Poughkeepsie council bus transfer vote falls one short

Share on facebook
Facebook
Share on twitter
Twitter
Share on linkedin
LinkedIn
Share on email
Email
Share on print
Print

An earlier version of this story incorrectly reported the transfer was approved. We regret the error.
POUGHKEEPSIE – For the first half of this year, dozens of citizens pleaded, at every common council meeting, for the city to keep its buses.  Mayor Robert Rolison said the buses were unaffordable and included ending the bus service as of June 30, in his 2017 budget.
Last night, several citizens said the deed was done and the buses should be transferred to the county, to get them back on the road.
That didn’t happen. The four-three vote was one short of the five needed to approve the transfer.
An impassioned Finance Commissioner Marc Nelson said in his view, failure to do so could be costly in many ways.  Failure to turn the buses over could obligate the city to repay the federal government some $1.6 million granted to the city to purchase the six buses.
He also said waiting until next year could, by itself, add over seven percent to the property tax levy next year, outside of all other budgetary obligations. 
“The federal government can and most likely will withhold vital funding to other city programs, including CDBG, Section 8, as well as the city’s CHIPs, highway improvement money, police grants and our SAFER grant affecting our fire personnel,” Nelson warned.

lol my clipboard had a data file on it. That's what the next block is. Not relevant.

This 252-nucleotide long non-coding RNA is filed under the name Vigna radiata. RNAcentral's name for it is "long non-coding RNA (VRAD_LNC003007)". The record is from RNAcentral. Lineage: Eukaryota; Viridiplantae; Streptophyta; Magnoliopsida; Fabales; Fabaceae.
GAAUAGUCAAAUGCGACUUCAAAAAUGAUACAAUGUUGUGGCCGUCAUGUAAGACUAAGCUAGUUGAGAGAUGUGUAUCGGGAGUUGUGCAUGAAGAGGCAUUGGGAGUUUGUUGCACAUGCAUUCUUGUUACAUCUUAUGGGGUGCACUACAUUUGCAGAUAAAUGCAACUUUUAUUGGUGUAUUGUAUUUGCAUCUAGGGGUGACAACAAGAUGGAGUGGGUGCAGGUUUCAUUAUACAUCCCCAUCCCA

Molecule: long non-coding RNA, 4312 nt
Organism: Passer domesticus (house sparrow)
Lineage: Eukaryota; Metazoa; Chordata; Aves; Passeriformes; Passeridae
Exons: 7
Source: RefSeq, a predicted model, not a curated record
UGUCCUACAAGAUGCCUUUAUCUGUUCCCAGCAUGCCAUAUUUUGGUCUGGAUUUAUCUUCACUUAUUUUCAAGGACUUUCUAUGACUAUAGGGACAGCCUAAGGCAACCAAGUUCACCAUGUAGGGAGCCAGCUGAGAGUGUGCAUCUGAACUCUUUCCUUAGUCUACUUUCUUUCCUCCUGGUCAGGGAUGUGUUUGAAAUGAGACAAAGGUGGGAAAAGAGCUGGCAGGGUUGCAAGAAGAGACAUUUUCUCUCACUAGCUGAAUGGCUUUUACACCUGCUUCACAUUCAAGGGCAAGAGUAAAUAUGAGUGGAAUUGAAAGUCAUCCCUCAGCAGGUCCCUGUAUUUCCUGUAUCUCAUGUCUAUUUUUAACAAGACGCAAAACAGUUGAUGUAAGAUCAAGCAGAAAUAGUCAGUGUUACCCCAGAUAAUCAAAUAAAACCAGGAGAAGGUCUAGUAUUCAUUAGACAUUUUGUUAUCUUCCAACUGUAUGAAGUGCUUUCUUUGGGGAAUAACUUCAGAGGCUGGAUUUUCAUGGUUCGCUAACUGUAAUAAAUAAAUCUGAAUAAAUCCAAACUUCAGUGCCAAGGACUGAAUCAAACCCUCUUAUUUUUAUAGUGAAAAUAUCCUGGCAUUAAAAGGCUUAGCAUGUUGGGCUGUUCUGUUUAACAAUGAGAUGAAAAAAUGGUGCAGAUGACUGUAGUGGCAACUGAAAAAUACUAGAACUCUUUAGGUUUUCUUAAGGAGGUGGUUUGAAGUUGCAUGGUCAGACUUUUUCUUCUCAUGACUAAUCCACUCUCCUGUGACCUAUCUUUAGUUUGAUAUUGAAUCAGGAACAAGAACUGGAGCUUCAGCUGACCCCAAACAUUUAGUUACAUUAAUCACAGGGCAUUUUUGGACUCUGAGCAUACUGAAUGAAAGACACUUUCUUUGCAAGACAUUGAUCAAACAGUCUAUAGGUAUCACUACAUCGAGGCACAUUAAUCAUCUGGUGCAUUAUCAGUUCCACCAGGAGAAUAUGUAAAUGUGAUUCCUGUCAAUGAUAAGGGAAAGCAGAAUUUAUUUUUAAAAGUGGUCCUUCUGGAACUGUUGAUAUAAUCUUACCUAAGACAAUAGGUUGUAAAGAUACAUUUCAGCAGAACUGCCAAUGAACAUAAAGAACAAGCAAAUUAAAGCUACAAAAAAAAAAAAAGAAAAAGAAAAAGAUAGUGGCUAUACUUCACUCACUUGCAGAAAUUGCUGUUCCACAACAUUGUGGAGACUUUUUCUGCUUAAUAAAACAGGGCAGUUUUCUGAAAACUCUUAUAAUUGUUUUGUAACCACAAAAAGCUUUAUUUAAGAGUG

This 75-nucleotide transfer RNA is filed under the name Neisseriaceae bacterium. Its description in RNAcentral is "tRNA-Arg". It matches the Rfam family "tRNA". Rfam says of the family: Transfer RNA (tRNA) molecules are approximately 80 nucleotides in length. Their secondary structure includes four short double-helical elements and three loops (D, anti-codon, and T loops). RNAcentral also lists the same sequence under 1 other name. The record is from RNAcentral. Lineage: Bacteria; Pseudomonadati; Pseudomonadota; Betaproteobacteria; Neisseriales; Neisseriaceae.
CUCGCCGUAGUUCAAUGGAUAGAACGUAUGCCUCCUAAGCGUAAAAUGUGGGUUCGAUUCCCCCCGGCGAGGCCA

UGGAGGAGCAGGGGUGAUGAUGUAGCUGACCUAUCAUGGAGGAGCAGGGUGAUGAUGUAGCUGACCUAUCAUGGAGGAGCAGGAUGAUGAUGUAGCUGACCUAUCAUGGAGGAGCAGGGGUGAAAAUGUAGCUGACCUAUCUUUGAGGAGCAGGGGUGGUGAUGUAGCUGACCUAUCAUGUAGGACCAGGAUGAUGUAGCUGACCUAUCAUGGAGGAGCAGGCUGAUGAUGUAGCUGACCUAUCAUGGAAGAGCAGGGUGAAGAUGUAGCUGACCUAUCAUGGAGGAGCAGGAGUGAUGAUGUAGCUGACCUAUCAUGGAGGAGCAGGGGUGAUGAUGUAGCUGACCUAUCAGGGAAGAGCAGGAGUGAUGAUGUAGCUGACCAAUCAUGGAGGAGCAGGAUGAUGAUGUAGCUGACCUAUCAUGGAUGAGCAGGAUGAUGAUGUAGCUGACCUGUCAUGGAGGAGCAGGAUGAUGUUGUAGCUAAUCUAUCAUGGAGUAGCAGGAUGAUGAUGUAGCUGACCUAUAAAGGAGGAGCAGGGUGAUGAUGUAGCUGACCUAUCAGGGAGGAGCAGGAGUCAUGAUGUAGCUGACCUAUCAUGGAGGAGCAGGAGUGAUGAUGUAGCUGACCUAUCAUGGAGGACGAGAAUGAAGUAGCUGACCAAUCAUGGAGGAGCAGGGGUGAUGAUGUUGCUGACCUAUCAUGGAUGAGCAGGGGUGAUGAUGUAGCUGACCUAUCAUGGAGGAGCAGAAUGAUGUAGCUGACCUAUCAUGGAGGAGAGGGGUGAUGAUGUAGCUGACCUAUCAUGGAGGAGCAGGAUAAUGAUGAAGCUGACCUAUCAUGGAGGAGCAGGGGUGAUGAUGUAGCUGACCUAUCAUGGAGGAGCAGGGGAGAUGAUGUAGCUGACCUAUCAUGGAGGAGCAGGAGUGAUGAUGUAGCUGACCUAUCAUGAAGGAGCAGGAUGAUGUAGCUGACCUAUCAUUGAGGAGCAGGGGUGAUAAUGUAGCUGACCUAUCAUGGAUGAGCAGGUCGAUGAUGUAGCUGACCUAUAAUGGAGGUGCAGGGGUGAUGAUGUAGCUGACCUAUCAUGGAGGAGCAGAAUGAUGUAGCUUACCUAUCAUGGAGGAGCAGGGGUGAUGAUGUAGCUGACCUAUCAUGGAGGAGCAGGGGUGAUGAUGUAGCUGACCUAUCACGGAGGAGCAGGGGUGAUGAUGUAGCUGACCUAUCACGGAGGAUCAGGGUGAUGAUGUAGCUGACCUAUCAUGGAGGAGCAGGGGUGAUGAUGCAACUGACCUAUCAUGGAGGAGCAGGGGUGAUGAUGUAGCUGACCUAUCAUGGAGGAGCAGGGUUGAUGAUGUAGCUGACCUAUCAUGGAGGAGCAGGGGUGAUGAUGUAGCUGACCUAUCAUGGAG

He said this is what the Federal Transit Administration and the state Financial Restructuring Board are looking for.
Nelson also warned this could undo some recent progress, including an improved bond rating for the first time in a decade. 
Some council members, including, Randal Johnson, were not convinced.
“There have been hundreds and hundreds of testimonies and gatherings of support for our city buses and so when you have a mayor who tries to move his personal agenda, without council approval, then you get into situations like this,” Johnson said.
Christopher Petsas called the whole episode with the city buses a “flawed process”, noting it would have cost only $250,000 to run the buses until the end of this year. 
“The financially sane decision is to vote ‘yes’,” said another Democrat, Mike Young. 
 “We need to support this resolution because it will let us put these buses back into service for our residents,” Young said.  “We can’t afford to buy them just to put them in a garage.”
Young supported the transfer to the county, along with Matthew McNamara, Lee Klein and council Chair Natasha Cherry.   Johnson, Petsas and Ann Perry voted ‘no’. Lorraine Johnson was absent.